Is Bitcoin a Taxable Asset?

Sponsored By

Bitcoin and altcoins are a bold new financial frontier. And they’re one that’s explored by both legitimate investors—and, well, ones that are less so.

One of the big questions, or rather preferred belief, among some altcoin investors is that their altcoins are not a taxable asset. Sorry, though: They are, at least if you want to do anything with them beyond trade them with other altcoin owners.

Are Bitcoins Taxable?

While the definition of a taxable asset depends on the law of the country where you live, as a rule, altcoins are seen like art, collectibles sitting in a vault, or other forms of potential, non-currency wealth. As long as it hangs on the wall or sits in the vault, Uncle Sam quite honestly could not care less. It’s just an object.

The same is true of the coins in your digital wallet right up until the moment you sell them for real currency or trade them for something of value, and that’s when tax law kicks in. Say, for example, you buy some t-shirts entirely in bitcoin. You would owe the same taxes on that transaction that you would if you bought them in dollars, and the merchant who sold you the shirts also owes the taxes the government would normally collect on his sales, as well. In fact, recently the US loophole that allowed exchanges to trade one altcoin for another, IRC Section 1031 (a)(1), was closed; now it only applies to real estate, so if you turn your bitcoin into litecoin, technically you owe Uncle Sam a piece of the transaction.

This is not to say, mind you, that once tax time rolls around, you’ll be expected to turn all your altcoins into actual currency and pay taxes on them. If you’ve only acquired altcoins using actual currency, or only stuck to one network buying altcoins and have made no purchases or exchanges for goods and services with them, then there’s no tax issue. But anything else? You’re on the hook. And unfortunately, many exchanges and altcoin businesses are not with the program.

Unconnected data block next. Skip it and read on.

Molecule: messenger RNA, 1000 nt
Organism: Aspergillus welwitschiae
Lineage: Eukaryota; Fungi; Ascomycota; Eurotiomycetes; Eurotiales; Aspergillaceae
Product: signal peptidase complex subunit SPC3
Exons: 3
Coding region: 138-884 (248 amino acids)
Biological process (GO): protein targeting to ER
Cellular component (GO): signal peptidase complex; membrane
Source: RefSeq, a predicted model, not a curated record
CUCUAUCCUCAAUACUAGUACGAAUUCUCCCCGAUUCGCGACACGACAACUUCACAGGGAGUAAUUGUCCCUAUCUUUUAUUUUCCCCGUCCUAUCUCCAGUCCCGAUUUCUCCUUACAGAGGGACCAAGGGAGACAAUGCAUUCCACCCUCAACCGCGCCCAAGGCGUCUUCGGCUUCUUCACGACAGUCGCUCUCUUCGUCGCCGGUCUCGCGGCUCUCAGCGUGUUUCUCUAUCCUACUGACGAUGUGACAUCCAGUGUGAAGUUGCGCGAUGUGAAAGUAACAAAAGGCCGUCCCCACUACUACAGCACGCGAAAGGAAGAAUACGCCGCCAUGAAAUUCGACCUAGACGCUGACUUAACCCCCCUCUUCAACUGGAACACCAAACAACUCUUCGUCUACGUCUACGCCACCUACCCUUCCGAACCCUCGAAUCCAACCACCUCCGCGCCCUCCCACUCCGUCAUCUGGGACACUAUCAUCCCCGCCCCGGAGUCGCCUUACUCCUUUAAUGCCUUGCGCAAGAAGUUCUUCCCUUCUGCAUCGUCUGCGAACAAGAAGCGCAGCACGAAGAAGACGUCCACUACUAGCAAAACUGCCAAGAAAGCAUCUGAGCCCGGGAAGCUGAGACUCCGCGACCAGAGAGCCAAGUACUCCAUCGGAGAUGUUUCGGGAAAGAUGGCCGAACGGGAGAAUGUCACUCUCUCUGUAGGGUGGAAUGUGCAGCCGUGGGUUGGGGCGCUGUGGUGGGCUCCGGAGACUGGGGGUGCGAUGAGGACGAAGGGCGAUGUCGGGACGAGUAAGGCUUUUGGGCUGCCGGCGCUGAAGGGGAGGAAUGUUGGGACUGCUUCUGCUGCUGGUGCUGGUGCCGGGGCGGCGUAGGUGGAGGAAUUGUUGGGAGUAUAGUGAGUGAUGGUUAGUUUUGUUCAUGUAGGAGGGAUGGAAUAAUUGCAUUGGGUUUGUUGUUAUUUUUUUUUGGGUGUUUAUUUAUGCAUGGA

How To Pay Your Bitcoin Tax?

In theory, when you use an altcoin exchange and get real currency out of the deal, at the end of the US fiscal year that exchange should issue you a 1099 form, which is the catch-all for income that’s not taxed at the point of exchange. In practice, these forms are rarely issued, so it’ll be up to you to go back, track all your income from sales, and make sure you’re paying your fair share.

Some of the more libertarian sectors of the altcoin market will try to argue nobody can find you—but don’t kid yourself. The blockchain means there’s literally a public record anybody can look at to find your transactions, and law enforcement is already taking notice. Tax evasion is not a smart investment move on any level, so if you’re investing in altcoins, keep careful track of the money you make, and be sure to report it properly.

You may also like

Dogecoin is taking the crypto world by storm. Read on to learn more about how to buy DOGE coins and the available storage options.
Read more